This Thanksgiving, keep your family close

Some time ago, I read a Thanksgiving story about a blind boy who sat on the steps of a building with a hat at his feet. He held a sign that said: “I am blind, please help.”

There were only a few coins in the hat.

A man walked by and dropped a couple coins in the hat and he then took the boy’s sign, turned it around, and wrote something on it. He gave the boy his sign back and walked away.

People passing by started dropping coins into the hat and the hat filled up. The man returned to see how things were going. The boy recognized his footsteps and asked, “Were you the one who changed my sign this morning? What did you write?”

The man replied, “I said what you said, but in a different way.” I wrote: “Today is a beautiful day but I cannot see it.”

Both signs told people the boy was blind. But the first sign simply said he was blind. The second sign reminded people how lucky they were for being able to see the beautiful day.

The moral of the story was we should be thankful for what we have. We take so much for granted. There are always those less fortunate. When life gives us 100 reasons to cry, we should show life we have 1,000 reasons to smile and be grateful.

The story made me think about the things I have to be thankful for. This will be my 72nd Thanksgiving. My Thanksgivings have been filled with roses and thorns. The thorns make the roses more precious. We remember the good times and the hard times and we grow from both.

Like many of you, I have thanked God when good things happen. I don’t ask Him why. Sometimes when something bad happens, I question His wisdom. I have come to realize the flowers are wonderful, but it is the thorns that have shown me God’s comfort.

I will always remember Thanksgiving Day 1973.

I was a young wife and mother. I had never made a Thanksgiving Day dinner before, but I decided it was time. In the past, we had always been invited to either my in-laws or my folks.

My hubby worked at the paper mill, and often worked on Thanksgiving. Such was the case in 1973. So, Thanksgiving was set for the evening meal. We didn’t have a lot of money, but I scrimped and saved so I could make the turkey and all the fixings. I remember our two children helped decorate the turkey cookies.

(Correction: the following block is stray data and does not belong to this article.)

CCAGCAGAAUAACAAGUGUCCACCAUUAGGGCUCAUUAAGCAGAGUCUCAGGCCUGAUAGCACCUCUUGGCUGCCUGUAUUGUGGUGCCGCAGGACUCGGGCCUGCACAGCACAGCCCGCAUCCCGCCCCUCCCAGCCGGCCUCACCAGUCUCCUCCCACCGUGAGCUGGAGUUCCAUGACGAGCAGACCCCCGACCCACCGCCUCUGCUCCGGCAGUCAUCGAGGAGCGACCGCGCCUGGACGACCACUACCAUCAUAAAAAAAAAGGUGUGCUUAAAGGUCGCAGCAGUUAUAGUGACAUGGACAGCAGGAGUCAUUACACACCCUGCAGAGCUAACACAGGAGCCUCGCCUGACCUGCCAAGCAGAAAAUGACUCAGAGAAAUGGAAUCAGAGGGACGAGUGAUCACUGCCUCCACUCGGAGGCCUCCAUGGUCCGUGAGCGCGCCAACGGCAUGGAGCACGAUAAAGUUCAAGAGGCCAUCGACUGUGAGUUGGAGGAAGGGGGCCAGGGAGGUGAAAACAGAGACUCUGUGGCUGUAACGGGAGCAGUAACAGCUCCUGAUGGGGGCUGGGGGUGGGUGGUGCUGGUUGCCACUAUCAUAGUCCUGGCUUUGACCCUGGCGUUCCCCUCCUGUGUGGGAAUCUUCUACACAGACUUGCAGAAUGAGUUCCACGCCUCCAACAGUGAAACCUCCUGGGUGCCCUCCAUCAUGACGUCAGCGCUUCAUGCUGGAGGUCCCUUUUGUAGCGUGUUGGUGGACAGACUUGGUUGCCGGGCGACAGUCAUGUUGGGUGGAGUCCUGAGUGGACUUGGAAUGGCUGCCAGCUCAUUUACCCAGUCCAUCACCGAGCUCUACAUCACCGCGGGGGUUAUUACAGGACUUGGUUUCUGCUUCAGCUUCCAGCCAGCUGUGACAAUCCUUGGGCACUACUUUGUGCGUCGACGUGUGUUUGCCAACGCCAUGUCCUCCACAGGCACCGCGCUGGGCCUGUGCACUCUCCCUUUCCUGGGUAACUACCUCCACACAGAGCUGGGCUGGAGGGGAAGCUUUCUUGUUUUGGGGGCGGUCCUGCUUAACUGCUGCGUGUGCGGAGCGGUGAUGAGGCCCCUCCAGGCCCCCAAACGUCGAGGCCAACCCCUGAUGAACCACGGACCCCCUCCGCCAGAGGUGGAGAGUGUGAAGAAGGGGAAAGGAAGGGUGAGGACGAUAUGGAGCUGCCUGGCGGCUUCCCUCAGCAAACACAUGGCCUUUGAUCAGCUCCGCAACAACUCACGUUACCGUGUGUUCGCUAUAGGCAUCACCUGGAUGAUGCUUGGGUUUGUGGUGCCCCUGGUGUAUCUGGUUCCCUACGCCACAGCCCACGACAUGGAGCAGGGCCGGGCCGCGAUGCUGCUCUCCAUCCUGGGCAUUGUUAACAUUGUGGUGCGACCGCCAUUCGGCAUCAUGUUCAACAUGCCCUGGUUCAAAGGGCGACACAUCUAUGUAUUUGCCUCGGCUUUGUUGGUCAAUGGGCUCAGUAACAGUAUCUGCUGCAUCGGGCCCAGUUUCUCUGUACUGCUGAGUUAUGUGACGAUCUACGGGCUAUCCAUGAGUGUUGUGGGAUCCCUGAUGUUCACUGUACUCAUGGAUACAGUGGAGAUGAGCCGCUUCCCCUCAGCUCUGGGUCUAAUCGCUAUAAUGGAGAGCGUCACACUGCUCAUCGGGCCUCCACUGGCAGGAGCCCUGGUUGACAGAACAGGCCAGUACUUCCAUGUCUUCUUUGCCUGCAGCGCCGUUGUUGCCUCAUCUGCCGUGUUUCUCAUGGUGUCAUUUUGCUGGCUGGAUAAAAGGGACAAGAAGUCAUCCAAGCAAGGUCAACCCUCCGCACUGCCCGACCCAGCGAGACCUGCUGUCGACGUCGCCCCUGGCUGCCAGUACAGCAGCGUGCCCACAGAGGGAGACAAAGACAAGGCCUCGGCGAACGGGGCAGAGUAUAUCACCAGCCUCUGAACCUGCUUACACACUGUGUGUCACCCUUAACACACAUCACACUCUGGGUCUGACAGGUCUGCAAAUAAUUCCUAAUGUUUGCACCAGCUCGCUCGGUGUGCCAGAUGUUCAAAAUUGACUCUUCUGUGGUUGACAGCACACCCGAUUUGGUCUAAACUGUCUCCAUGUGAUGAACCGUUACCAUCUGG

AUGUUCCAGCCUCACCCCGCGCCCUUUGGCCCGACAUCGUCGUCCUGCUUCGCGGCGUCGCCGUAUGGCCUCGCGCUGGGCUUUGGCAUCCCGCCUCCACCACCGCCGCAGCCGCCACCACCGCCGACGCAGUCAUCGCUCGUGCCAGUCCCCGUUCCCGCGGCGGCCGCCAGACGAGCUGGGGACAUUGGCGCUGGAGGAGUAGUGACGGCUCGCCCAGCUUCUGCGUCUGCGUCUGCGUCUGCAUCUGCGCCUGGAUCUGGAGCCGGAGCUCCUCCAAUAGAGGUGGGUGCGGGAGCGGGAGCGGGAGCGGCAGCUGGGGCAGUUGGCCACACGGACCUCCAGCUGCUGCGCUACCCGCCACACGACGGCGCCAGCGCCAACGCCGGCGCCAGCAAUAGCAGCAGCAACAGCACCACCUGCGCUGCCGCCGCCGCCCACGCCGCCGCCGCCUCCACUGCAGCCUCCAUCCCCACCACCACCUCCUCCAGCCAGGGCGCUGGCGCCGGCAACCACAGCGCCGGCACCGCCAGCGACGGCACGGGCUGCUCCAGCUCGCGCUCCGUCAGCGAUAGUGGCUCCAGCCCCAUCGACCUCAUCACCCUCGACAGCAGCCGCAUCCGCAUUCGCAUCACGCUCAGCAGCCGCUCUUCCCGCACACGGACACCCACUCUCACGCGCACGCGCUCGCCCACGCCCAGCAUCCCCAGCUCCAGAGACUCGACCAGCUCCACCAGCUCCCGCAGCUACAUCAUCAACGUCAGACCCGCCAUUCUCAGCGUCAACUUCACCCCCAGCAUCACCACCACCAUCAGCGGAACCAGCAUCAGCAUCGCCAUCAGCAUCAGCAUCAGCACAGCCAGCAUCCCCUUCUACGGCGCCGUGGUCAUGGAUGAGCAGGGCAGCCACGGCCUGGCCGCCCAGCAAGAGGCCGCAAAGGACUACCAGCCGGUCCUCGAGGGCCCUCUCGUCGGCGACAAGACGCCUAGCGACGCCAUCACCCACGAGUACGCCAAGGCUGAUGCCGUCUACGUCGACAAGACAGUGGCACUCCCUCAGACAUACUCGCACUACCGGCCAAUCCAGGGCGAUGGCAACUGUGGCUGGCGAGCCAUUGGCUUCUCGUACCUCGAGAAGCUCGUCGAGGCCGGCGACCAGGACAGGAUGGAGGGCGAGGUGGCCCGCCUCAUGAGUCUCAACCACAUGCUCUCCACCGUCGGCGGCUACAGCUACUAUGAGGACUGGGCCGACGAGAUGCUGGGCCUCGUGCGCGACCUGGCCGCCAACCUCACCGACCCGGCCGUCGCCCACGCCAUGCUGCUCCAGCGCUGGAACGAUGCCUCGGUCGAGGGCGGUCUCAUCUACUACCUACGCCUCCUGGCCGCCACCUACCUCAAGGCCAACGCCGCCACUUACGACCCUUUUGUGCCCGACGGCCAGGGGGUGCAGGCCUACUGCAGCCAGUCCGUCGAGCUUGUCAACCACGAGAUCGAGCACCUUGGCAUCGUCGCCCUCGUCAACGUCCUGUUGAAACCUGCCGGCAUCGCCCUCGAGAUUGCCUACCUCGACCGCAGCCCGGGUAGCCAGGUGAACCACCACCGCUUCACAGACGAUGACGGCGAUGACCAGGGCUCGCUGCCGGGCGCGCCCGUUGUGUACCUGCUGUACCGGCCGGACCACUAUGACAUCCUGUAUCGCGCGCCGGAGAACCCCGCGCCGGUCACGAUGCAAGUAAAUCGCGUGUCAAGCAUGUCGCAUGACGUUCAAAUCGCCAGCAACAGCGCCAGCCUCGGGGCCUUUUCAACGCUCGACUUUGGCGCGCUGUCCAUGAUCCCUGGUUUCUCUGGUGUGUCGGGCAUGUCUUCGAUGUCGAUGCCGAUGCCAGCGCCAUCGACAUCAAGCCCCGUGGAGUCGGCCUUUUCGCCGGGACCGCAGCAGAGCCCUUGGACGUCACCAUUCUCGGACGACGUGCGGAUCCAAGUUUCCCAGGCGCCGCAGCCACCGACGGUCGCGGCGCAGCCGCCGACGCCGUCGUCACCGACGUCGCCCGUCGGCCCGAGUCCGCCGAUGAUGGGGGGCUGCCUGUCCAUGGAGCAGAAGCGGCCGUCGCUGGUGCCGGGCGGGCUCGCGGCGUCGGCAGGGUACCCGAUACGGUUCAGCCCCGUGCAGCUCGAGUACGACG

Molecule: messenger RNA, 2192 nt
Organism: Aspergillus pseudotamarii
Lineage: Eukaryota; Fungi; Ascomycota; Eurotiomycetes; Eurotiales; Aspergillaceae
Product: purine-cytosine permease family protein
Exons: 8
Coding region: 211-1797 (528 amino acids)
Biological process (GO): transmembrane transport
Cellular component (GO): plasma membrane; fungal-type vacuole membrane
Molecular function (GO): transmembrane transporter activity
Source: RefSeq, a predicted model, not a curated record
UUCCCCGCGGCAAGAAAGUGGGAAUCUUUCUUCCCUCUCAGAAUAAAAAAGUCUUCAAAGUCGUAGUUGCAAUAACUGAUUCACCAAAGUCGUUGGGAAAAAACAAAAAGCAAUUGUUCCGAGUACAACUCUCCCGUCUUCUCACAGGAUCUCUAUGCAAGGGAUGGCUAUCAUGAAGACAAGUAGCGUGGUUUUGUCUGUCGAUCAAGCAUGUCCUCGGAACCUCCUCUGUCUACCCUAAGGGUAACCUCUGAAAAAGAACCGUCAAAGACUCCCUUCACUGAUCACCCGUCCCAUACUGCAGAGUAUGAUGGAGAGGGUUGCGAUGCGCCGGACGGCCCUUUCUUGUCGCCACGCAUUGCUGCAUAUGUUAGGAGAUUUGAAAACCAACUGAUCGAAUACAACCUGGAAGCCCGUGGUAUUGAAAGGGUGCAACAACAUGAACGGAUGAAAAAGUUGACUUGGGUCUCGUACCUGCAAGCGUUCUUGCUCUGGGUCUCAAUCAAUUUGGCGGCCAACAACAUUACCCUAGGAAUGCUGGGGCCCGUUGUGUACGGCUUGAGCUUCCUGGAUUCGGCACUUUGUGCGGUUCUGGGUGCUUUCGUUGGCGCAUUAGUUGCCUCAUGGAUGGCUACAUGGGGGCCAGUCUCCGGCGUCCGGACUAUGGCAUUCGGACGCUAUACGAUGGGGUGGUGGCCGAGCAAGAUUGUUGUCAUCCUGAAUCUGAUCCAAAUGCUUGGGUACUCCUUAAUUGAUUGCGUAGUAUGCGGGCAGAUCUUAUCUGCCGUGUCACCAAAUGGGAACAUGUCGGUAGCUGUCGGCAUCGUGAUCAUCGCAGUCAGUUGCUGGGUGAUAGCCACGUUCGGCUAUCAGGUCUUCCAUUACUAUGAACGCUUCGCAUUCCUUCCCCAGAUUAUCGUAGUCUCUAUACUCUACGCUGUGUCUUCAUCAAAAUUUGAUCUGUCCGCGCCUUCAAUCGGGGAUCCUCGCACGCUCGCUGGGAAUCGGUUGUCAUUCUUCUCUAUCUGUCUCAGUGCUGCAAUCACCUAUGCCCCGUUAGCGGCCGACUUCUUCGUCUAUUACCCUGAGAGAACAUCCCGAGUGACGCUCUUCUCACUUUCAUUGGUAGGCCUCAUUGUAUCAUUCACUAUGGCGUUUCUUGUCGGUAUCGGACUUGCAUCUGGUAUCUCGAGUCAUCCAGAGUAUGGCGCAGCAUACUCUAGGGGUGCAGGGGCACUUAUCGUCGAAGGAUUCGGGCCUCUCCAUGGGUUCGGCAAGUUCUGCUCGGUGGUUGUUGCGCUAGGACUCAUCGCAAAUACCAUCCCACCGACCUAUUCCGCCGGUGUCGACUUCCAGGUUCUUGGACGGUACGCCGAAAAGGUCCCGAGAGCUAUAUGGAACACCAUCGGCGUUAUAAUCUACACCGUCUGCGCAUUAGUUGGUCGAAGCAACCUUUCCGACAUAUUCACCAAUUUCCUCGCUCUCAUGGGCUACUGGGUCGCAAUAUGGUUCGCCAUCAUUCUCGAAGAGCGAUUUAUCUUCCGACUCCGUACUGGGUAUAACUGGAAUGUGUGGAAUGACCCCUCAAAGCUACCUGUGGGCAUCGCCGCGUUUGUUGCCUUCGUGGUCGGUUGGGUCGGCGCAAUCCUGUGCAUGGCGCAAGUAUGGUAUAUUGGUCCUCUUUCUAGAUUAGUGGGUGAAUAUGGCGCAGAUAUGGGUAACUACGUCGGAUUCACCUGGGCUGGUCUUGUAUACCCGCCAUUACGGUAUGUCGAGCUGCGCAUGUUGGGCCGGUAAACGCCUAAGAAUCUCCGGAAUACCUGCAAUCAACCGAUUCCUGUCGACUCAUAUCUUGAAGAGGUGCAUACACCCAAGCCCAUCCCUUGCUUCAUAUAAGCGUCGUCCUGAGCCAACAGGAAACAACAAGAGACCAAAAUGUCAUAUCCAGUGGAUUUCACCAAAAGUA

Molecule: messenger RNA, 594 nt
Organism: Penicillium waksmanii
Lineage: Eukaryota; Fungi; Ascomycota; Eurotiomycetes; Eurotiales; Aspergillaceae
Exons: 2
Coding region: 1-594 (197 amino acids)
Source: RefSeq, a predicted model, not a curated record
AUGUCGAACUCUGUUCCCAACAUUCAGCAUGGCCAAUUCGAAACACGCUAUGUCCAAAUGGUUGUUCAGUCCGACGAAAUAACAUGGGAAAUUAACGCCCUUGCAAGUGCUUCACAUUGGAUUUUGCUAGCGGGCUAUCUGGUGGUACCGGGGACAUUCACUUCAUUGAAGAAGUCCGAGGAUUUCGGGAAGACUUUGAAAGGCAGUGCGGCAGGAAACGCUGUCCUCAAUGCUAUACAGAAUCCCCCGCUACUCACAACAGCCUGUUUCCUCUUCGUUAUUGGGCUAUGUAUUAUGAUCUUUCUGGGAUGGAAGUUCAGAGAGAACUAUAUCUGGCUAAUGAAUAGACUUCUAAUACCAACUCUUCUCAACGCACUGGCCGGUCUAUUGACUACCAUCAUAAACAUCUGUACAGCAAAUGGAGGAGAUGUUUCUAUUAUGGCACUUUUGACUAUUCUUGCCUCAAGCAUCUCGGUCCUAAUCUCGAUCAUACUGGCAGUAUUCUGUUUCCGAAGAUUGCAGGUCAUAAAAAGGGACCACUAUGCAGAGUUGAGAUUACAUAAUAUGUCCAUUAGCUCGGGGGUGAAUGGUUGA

My folks arrived midday, and Mom helped me with the finishing touches. I knew my dinner wasn’t as good as theirs always was, but it was made with love and I did my best. My in-laws left early but my folks stayed into the evening and we had such a good time visiting.

Very early the next morning the phone rang. My first thought was the paper mill. I answered the phone.

It was my mother. I will always remember her words as she almost whispered to me, “Lorna, come.” I was half asleep, and her quiet words did not register. I remember saying, “What did you say, Mom?” She repeated, “Come home, Lorna. It’s Dad.” Before I could ask anything else, the phone went dead.

I quickly got our children dressed and my hubby out of bed. We headed to Marion. My mind was racing a hundred miles an hour. I cried. I prayed. I worried.

When we got to Marion, the ambulance was just leaving. I learned my dad had passed away in his sleep that night. My heart broke. He was only 55 years old. Our family needed him. Why did God take him from us?

Later I realized what a gift I had been given. God knew how much I loved my Dad. Dad’s last day was spent in my home. He had his last meal with us. He sat at our Thanksgiving table and bowed his head when our daughter said the table prayer. Our family wasn’t one that hugged, but for some reason, I hugged Dad when he left that evening.

I’m sharing this story as a reminder that we never know when it will be our last time to be with someone. On this Thanksgiving Day, if you are fortunate enough to still have your parents or grandparents, share some time with them if you can, or call them. Don’t waste precious time by being angry or distant. Someday the chair they sit in will be empty. Never be too busy for loved ones.

“If the only prayer you said in your whole life was ‘thank you,’ that would suffice.” — Meister Eckart

Wishing you a happy and blessed Thanksgiving.

Trivia question: When did the last passenger train depart from Shawano? (Answer on Page A5.)

Clothesline Conversation Answer: April 30, 1970 (Chicago & Northwestern)

Lorna Marquardt is a former mayor of Shawano.